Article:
Giving Thanks for Discomfort
About the Guest
Are you modeling gratitude for your kids? Barbara Rainey reminds us that our kids aren’t born naturally grateful, so it’s a parent’s responsibility to teach them. One way to do that, she says, is to share stories that illustrate “giving thanks” in everything. Hear a true story today about Corrie Ten Boom and her sister, Betsy--women of faith who choose to thank God for all things, even for fleas.
Are you modeling gratitude for your kids?
Giving Thanks for Discomfort
Bob: It’s pretty easy to be thankful when life is good right? Real gratitude: Having a heart that is full of thanksgiving – that is best forged in the crucible of adversity. Here are Dennis and Barbara Rainey.
Dennis: As a parent we want to rescue our kids from discomfort.
Barbara: You know I think in our culture of so many choices, we want to pick and choose what we like about the Bible. We don’t really like the verse that says to give thanks in all things, and so we don’t.
Dennis: It may be in the discomfort that your child is experiencing in that school, or in your neighborhood, or in life—that may be a part of what God wants to teach that child – to learn how to live in circumstances where it doesn’t go all right.
Bob: This is FamilyLife Today for Wednesday, November 4. Our host is the President of FamilyLife Dennis Rainey and I’m Bob Lepine. We’re going to talk today about how we can first model for our children what gratitude in the midst of adversity looks like, and then how we can cultivate the heart of gratitude in our children’s lives.
Welcome to FamilyLife Today thanks for joining us. Do you have a favorite Bible verse on gratefulness, gratitude, thanksgiving – the one that comes to mind immediately for you?
Bob: What is it?
Dennis: I Thessalonians chapter 5 – what is it – verse 18?
Dennis: Give thanks in everything! In the Greek that means everything.
I mean when you ask the question to me that’s kind of the North Pole of gratitude. The scripture commands us to maintain a heart of thanksgiving in the midst of all circumstances.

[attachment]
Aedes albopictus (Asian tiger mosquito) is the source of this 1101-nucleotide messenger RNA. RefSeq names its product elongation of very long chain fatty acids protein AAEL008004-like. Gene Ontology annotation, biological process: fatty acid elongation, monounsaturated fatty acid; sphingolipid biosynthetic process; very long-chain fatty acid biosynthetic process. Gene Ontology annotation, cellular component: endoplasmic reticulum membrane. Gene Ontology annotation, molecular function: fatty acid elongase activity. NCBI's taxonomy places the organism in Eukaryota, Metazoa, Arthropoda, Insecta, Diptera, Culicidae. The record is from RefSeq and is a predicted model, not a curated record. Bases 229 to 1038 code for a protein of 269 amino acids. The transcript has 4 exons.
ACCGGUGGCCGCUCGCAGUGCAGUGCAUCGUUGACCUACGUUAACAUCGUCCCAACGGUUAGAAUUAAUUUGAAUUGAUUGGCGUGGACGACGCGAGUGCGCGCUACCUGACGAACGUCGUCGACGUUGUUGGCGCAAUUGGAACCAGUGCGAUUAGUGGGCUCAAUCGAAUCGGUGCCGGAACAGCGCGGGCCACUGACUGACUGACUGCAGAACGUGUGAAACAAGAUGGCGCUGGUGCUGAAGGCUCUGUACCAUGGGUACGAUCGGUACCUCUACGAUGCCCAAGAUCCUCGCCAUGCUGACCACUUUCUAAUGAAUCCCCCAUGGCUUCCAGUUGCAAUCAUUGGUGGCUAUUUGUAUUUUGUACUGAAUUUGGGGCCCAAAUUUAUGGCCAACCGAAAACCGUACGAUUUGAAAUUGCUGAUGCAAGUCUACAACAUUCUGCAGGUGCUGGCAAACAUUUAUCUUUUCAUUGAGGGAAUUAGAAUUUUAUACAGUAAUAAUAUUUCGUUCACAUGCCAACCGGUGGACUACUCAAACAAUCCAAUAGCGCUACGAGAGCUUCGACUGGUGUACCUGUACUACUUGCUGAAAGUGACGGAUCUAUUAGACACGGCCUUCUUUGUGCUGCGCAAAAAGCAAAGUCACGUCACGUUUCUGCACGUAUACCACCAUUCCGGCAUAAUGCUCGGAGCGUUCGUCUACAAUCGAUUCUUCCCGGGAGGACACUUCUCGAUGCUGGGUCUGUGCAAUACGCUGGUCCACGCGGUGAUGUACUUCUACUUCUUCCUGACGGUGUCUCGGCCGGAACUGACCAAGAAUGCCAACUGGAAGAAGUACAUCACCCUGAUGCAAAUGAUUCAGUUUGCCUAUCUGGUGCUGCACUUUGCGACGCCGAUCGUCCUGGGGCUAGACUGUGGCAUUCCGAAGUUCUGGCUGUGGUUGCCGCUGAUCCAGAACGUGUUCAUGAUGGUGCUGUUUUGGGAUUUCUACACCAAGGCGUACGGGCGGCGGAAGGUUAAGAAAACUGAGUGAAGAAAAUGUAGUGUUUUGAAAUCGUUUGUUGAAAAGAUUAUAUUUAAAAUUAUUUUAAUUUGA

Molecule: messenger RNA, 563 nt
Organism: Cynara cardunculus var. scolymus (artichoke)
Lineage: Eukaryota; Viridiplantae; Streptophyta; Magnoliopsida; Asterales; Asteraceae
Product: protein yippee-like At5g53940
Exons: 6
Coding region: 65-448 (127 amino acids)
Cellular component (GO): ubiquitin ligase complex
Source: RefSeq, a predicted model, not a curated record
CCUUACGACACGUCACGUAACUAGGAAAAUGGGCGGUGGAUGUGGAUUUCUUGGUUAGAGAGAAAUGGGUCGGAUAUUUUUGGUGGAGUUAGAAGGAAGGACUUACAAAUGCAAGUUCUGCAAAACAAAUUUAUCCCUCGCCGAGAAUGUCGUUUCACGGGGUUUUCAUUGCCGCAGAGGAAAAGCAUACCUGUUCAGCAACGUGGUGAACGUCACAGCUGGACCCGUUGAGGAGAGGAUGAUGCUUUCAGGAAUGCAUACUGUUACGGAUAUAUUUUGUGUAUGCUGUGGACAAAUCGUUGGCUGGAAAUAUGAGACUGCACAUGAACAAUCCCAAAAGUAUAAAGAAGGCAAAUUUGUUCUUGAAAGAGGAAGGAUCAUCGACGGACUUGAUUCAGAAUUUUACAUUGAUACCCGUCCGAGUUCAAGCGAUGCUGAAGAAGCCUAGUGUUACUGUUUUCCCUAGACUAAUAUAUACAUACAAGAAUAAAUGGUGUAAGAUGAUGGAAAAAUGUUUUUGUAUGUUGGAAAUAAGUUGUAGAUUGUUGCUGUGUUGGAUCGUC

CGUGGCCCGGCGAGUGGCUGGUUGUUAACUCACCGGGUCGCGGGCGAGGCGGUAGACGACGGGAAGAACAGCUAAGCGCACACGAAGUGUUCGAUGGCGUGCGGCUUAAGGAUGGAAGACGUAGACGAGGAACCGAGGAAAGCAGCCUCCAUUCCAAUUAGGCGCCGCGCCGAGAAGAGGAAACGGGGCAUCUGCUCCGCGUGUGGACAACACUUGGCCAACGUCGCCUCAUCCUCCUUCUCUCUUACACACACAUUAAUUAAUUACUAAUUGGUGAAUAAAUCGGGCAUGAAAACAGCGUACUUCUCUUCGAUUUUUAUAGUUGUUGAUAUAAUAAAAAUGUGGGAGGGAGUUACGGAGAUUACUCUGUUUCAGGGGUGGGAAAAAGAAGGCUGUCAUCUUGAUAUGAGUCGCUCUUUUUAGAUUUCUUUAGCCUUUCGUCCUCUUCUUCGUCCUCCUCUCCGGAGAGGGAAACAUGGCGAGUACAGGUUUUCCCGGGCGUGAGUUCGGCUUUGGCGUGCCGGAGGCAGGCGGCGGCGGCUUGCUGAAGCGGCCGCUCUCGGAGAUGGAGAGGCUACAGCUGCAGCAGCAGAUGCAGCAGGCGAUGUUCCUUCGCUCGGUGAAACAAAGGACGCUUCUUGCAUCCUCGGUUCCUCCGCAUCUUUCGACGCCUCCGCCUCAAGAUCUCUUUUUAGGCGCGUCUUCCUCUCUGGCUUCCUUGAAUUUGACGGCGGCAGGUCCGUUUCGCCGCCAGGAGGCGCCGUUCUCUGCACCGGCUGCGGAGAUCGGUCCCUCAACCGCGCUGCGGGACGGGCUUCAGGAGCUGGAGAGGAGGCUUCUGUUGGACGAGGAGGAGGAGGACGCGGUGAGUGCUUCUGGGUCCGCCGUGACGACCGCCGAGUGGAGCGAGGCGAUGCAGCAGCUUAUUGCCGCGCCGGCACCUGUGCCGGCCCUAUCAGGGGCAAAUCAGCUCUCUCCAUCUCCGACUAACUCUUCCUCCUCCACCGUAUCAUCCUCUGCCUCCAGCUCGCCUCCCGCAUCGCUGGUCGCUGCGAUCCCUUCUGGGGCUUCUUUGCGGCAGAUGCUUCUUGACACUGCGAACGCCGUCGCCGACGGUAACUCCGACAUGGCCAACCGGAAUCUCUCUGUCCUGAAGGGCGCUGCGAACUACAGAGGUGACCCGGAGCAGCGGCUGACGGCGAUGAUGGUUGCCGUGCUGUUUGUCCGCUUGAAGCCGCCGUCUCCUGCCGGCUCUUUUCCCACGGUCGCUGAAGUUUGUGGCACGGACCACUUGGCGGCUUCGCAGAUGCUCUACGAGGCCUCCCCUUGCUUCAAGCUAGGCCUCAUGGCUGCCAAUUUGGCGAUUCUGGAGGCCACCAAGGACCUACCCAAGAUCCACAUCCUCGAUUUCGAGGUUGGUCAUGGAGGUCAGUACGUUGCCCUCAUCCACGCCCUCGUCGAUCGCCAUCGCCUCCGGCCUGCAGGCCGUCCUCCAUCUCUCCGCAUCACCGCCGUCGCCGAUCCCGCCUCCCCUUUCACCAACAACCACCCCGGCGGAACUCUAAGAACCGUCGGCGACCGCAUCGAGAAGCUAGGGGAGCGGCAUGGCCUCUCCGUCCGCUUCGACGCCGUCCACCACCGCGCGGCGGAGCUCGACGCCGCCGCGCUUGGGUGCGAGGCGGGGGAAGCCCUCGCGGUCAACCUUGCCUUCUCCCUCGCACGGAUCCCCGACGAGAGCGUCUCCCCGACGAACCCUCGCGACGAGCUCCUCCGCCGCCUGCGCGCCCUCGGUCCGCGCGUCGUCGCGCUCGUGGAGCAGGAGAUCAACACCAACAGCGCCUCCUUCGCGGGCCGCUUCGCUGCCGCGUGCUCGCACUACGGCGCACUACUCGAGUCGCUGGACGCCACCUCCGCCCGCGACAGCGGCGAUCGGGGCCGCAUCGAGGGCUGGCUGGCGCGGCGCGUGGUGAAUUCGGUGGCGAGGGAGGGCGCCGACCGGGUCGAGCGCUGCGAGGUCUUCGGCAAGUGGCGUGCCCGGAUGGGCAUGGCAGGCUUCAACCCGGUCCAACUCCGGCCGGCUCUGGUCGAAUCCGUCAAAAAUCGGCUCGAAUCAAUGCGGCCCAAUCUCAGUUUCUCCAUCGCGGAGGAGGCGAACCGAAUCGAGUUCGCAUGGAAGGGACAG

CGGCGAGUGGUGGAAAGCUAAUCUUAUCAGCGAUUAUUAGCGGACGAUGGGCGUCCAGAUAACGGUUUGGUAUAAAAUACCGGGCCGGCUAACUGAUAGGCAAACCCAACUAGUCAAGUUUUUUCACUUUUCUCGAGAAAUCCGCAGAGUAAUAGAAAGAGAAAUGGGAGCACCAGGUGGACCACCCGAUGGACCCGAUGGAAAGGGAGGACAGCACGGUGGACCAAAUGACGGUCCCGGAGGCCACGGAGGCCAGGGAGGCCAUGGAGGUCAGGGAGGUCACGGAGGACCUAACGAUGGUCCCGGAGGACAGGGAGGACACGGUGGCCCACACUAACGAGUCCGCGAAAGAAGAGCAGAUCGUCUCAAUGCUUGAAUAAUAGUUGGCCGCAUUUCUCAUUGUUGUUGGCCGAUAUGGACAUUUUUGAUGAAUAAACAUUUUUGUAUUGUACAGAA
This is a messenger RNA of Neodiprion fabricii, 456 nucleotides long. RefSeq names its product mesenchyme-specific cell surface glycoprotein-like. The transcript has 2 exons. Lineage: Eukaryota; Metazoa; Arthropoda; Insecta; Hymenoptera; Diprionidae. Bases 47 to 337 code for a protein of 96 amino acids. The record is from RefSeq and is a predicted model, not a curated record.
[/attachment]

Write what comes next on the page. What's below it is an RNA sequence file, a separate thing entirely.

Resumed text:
Bob: Your wife who prompted you on verse 18 – Barbara welcome back to FamilyLife Today.
Barbara: I did - Thanks Bob.
Dennis: She prompts me on a lot Bob!
Bob: Is that the verse that comes to mind for you?
Barbara: That would absolutely be the one that comes to mind.
Bob: Okay, what’s number two? Since he took that do you have a second one?
Dennis: Well, there’s a negative one!
Barbara: Well, yes there are some negative ones.
Dennis: Philippians 2:14
Barbara: Do all things without grumbling or disputing or complaining. Yes, that’s definitely the flip side.
Bob: You know, and I think about a verse like Philippians 4, which doesn’t really talk about gratitude, but when Paul says, “I’ve learned the secret of being content in all things” part of the secret of being content is to be grateful, to be thankful.
We’re talking this week about this subject of gratitude in part because Thanksgiving is just around the corner, in part because this is something that has been on your heart for years, and in part because of a new book that you put together for families called: Growing Together in Gratitude. You’ve already shared this week that this came out of many years of grumbling around the Rainey house. Right?
Barbara: It did! You know our children are products of their parents. Dennis and I did our fair share of complaining as well, but we realized we needed to model gratitude for our kids as well as instruct them in how to be grateful. So, we worked on ourselves, and we worked on them.
Dennis: It occurs to me Bob in all the years we’ve been talking about gratitude, and we’ve talked about it a lot because Barbara has written another book: Thanksgiving—A Time to Remember. It’s all about the history of Thanksgiving. By the way if you as a listener don’t have a copy of this book, you need to get it, and read it on Thanksgiving Day to your kids. It’s just a great story of how the pilgrims founded our country.
But, I was thinking Bob, as we’ve talked about gratitude and thanksgiving, that in all the years you’ve never once confessed here on FamilyLife Today that your family has a problem with being grateful, and saying thank you. I don’t want to blame.
Bob: You want the dirt: Is that what you’re looking for here?
Dennis: Well, not necessarily!
Barbara: You’re just looking for him to identify with us – is that it?
Dennis: Well – no: I just want the truth!